Uncategorized Wearables

NeuroMetrix restructuring business after Q2 2019 results show weak performance of Quell pain relief wearable

Image: NeuroMetrix

Following Q2 2019 financial results, NeuroMetrix has sought help from investors in an effort to restructure its business and is turning away from a direct-to-consumer business model for its wearable pain relief platform, Quell.

The company also laid off more than half of its staff since the beginning of 2019.

“We have engaged outside expertise to help optimize the value of our business. The restructuring that we initiated in June was a difficult but essential step to better align our operating structure with current revenues,” said Shai N. Gozani, M.D., Ph.D., President and Chief Executive Officer of NeuroMetrix. “We are pleased with the DPNCheck performance, particularly in our domestic market, which offset variable timing of international sales, particularly in Mexico. With Quell, we are working to find the optimal commercial approach to deliver profitable sales with a modest investment in digital advertising. We continue to believe in the effectiveness and unique benefits of the Quell technology. Finally, we continue to seek resolution of the previously disclosed Federal Trade Commission (FTC) matter which is centered on Quell advertising.”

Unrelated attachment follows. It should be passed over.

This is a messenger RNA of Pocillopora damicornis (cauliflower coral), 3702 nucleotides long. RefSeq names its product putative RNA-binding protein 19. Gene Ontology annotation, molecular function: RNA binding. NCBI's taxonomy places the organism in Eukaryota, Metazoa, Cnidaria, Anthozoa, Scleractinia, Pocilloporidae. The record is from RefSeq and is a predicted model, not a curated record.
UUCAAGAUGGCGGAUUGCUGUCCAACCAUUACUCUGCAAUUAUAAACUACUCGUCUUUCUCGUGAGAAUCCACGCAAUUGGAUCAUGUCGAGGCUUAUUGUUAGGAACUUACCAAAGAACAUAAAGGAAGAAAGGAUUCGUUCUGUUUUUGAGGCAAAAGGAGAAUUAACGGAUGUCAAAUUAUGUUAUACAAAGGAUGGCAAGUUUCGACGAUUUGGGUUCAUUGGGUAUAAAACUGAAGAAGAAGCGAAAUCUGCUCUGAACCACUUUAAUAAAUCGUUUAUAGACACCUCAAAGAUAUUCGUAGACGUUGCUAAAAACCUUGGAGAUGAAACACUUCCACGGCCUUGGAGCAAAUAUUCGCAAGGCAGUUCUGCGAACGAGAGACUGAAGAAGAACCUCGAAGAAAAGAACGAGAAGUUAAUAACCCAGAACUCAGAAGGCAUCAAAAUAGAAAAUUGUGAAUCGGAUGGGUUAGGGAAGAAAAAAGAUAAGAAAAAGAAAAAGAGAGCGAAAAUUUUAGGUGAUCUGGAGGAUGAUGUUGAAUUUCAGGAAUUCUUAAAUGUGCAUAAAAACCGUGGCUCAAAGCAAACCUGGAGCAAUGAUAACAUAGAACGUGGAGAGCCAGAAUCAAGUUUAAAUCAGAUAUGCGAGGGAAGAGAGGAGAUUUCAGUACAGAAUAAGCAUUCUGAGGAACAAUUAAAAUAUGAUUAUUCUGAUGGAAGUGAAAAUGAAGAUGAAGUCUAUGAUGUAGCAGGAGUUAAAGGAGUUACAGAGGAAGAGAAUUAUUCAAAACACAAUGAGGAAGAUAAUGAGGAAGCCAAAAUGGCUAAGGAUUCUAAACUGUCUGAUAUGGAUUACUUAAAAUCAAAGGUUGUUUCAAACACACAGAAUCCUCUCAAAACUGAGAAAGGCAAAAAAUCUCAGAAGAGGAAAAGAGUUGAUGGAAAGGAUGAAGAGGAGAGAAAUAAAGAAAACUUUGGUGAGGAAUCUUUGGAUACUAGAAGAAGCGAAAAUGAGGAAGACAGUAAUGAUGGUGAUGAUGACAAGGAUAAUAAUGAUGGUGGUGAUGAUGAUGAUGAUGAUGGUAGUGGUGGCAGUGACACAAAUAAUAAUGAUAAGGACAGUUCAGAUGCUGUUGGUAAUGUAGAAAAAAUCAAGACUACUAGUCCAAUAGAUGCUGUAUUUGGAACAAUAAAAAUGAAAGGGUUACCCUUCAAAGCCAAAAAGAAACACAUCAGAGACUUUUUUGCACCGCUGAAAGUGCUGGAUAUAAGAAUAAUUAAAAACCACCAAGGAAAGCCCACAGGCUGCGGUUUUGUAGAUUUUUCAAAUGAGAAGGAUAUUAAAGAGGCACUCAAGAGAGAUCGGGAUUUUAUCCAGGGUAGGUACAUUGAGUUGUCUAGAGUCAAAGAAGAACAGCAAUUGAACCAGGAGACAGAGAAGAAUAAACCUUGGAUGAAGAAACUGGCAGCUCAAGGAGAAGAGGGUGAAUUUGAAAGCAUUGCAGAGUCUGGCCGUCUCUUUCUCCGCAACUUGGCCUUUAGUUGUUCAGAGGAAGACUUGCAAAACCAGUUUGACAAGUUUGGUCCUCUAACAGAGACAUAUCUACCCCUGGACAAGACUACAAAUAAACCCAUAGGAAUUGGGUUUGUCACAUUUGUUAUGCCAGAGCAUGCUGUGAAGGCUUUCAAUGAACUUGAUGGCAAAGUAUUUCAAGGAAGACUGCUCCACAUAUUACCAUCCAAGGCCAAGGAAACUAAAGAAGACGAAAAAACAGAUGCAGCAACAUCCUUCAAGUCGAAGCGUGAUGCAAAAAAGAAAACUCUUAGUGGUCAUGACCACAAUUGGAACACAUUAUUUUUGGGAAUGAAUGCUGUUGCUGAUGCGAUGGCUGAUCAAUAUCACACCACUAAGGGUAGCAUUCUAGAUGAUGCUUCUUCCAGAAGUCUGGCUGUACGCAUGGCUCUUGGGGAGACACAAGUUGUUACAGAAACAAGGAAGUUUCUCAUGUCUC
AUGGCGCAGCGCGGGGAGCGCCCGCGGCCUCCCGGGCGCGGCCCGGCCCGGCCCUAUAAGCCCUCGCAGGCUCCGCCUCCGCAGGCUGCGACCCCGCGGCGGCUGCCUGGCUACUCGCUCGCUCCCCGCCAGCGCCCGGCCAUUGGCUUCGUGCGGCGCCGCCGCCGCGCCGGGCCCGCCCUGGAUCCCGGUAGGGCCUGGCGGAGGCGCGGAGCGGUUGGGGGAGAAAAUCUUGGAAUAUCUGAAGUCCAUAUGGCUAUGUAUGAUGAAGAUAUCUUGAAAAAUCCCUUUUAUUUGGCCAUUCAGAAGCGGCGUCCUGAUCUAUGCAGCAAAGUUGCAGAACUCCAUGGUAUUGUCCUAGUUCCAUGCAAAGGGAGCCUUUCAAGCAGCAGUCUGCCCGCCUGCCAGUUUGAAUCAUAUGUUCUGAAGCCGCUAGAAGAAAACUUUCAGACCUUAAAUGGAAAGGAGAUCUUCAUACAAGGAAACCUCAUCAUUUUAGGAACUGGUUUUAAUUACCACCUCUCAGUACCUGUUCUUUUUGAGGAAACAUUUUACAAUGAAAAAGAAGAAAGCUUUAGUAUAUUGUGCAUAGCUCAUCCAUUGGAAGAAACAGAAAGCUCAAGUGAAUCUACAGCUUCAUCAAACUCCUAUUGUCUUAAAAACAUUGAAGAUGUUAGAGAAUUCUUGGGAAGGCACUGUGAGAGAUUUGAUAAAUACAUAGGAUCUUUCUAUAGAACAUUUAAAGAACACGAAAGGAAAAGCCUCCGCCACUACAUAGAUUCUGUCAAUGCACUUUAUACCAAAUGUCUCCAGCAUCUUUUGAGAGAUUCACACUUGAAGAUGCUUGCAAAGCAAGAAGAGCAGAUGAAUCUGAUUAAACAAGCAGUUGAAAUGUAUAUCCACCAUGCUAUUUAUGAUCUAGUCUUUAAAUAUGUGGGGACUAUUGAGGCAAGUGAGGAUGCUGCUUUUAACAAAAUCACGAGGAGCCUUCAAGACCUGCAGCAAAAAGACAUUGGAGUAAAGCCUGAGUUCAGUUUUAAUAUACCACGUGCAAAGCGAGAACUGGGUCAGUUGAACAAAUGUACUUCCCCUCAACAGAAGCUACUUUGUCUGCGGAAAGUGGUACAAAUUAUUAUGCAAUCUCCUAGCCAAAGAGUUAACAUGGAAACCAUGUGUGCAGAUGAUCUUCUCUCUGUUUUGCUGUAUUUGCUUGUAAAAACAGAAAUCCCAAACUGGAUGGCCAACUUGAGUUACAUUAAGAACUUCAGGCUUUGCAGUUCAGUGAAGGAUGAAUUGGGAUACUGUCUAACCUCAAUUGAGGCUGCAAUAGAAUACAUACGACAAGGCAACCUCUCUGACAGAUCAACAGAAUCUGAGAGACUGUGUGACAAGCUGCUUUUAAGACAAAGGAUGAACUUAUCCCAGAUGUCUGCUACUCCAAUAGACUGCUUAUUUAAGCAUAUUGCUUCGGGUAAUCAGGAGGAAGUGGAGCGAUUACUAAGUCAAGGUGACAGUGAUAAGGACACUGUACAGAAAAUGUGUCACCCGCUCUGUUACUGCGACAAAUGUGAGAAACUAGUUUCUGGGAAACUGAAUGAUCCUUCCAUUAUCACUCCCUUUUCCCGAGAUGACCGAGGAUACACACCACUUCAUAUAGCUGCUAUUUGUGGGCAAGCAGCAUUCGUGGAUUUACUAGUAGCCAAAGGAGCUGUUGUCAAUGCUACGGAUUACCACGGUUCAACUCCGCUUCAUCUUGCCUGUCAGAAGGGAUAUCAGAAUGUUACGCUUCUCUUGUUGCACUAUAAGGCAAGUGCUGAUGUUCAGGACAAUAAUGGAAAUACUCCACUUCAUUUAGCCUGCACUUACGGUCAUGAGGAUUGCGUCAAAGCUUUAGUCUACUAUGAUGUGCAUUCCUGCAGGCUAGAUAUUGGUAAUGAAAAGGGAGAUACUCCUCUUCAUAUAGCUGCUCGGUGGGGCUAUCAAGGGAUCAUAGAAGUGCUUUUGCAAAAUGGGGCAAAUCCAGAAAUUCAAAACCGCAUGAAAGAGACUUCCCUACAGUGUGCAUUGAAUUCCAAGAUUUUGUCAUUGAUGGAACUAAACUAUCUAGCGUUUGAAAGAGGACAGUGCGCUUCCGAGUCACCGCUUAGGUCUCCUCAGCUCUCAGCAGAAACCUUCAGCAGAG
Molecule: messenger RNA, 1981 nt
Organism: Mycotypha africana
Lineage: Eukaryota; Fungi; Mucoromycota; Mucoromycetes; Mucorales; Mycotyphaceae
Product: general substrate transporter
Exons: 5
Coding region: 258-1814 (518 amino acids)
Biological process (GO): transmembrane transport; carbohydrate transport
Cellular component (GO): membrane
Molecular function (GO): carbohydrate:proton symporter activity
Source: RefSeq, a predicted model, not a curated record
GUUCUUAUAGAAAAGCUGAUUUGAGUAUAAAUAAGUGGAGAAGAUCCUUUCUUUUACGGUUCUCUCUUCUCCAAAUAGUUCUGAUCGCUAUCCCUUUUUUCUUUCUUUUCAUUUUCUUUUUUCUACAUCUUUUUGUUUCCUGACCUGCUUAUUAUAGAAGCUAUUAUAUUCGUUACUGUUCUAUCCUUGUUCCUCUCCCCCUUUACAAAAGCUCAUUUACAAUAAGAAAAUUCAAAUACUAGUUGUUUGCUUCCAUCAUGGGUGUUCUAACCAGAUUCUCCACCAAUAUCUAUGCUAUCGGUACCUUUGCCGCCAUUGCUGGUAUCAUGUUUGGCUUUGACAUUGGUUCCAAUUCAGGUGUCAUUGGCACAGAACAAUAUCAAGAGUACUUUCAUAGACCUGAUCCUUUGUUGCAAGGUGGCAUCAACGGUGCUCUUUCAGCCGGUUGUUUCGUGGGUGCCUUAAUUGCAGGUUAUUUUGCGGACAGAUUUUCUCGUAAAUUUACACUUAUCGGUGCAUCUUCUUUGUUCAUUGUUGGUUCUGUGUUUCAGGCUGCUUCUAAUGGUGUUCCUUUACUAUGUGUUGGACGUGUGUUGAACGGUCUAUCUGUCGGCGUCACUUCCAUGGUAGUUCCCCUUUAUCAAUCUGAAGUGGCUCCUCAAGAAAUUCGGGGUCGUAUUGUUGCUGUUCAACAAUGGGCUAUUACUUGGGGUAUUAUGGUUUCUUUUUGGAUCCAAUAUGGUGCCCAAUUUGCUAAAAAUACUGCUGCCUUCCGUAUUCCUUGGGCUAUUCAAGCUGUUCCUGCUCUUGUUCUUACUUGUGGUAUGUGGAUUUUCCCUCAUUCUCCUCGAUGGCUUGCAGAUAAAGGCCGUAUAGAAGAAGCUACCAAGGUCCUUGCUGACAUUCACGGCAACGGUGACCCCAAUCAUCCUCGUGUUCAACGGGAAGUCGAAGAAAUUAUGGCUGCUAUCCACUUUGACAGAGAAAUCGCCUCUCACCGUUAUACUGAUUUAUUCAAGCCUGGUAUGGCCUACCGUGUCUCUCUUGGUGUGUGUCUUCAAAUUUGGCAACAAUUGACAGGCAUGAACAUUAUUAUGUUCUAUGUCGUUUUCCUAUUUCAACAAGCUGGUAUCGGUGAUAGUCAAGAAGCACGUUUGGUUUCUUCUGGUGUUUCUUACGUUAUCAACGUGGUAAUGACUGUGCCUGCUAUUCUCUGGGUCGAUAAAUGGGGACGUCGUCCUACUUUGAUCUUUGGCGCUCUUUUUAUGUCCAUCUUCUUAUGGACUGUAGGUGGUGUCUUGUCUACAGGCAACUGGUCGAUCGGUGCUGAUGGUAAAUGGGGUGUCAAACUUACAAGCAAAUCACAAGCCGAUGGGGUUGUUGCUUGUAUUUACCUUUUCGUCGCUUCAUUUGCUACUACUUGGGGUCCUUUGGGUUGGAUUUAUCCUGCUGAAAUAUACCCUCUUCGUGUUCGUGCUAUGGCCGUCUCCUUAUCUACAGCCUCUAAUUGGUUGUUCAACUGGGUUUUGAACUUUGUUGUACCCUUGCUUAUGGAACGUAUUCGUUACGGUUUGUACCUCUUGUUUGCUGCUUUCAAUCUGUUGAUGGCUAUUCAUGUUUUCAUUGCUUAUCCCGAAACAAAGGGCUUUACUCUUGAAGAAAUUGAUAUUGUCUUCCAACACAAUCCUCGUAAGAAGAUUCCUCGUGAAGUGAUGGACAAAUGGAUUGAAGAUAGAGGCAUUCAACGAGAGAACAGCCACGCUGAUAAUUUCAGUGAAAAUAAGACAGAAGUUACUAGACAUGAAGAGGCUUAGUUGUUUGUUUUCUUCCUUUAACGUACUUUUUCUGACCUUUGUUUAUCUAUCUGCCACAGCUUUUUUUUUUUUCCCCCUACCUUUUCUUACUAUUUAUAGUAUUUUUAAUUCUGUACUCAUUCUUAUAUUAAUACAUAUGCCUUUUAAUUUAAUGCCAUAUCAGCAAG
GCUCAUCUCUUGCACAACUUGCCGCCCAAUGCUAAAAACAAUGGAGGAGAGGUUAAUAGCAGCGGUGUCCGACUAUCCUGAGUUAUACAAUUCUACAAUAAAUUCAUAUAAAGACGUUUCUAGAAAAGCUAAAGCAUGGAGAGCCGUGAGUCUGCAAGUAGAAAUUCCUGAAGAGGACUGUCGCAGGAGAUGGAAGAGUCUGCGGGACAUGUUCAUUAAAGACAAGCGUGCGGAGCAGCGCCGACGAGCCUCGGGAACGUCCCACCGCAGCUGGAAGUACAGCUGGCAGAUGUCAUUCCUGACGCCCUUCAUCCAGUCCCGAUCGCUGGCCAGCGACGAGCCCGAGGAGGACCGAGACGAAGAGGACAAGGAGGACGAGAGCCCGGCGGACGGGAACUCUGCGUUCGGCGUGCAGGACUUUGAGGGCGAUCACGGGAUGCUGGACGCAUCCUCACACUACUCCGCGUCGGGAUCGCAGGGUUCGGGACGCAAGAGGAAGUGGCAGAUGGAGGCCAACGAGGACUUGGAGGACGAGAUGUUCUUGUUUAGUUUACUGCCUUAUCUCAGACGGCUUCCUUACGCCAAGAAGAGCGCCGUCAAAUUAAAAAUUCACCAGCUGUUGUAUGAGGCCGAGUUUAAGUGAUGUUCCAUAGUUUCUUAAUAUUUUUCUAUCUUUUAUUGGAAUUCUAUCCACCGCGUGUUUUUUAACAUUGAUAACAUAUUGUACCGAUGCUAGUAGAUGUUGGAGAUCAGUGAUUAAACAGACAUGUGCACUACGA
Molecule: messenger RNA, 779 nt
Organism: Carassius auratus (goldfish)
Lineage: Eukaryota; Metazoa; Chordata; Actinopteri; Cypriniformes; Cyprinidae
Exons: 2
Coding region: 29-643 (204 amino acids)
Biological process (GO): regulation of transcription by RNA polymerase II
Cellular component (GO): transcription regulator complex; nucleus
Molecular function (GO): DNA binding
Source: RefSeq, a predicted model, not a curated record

Image: NeuroMetrix

In Q2 2019, NeuroMetrix’s total revenues were $2.4 million versus $3.8 million in the prior year period, a decrease of 37%.

Gross margin was a negative $0.8 million after recording an inventory charge of $1.9 million. Excluding the inventory charge, gross margin of $1.1 million represented a gross margin rate of 47.0% in comparison with the gross margin rate of 48.0% in Q2 2018.

A crucial element in this decrease was declining consumer interest in the Quell product, which dipped to $0.8 million in the quarter after recording $1.6 million in Q1 2019 and $2.1 million in Q2 2018. According to Gozani and Chief Financial Officer Thomas Higgins, much of the drop is attributed to NeuroMetrix scaling back its advertising efforts since last year’s major push. However, the company is also contending with excess stock of Quell 2.0 parts that racked up $1.9 million in inventory costs during the quarter, reports MobiHealthNews.

“It is a process that will take time, and ultimately some financial resources,” Gozani said. “Consistent with our commitment to evaluate all options for the business, in parallel, we are exploring options to sell some or all of the Quell business and intellectual property.”

Source: www.wearable-technologies.com

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